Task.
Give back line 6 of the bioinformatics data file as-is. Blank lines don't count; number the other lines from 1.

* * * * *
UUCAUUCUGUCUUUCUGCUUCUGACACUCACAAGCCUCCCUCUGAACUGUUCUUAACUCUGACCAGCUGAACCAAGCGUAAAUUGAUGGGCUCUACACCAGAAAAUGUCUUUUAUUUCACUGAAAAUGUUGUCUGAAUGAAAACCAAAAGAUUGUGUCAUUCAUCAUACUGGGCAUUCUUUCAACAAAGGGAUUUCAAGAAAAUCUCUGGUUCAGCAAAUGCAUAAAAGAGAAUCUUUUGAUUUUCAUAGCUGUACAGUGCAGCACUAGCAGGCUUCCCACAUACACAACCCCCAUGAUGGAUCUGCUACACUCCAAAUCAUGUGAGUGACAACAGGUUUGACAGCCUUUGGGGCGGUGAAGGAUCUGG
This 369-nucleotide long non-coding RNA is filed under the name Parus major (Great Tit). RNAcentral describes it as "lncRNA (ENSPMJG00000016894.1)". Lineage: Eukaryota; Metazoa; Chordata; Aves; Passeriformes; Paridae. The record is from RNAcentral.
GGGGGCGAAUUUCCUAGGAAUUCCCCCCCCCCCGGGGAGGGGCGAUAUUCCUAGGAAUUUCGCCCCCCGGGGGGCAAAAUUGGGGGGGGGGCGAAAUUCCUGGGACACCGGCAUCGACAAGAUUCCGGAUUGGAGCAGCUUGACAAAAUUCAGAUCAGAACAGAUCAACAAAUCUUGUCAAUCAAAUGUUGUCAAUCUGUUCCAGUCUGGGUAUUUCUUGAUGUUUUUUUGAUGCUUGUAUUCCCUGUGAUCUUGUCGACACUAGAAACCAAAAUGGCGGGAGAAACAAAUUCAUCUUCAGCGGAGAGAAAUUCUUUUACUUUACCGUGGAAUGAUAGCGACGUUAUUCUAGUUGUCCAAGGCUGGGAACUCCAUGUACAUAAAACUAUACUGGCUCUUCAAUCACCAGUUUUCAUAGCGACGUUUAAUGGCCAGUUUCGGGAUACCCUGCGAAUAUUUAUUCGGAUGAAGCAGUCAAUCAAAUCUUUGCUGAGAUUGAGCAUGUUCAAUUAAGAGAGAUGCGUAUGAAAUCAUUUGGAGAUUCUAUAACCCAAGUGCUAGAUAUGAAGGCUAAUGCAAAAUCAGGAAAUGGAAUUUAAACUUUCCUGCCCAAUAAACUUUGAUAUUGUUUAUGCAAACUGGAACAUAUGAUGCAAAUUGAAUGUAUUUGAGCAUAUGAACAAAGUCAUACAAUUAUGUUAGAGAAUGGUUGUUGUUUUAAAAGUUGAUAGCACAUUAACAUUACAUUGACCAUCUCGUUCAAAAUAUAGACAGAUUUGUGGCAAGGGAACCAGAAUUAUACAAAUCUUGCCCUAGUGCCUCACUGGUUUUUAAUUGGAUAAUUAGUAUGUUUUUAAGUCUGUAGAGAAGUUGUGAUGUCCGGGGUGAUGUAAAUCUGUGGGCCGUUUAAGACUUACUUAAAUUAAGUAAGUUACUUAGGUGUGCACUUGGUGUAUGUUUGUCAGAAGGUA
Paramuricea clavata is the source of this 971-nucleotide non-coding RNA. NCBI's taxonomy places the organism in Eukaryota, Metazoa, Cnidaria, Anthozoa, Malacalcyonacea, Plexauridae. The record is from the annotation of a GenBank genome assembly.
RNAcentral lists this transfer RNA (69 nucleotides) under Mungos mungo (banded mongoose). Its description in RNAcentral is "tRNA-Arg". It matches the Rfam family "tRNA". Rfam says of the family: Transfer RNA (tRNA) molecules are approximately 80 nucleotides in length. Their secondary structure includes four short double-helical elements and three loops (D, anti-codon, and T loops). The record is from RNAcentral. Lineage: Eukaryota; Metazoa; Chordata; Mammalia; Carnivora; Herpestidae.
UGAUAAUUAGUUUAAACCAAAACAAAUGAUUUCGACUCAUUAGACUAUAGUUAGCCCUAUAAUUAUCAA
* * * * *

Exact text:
UGAUAAUUAGUUUAAACCAAAACAAAUGAUUUCGACUCAUUAGACUAUAGUUAGCCCUAUAAUUAUCAA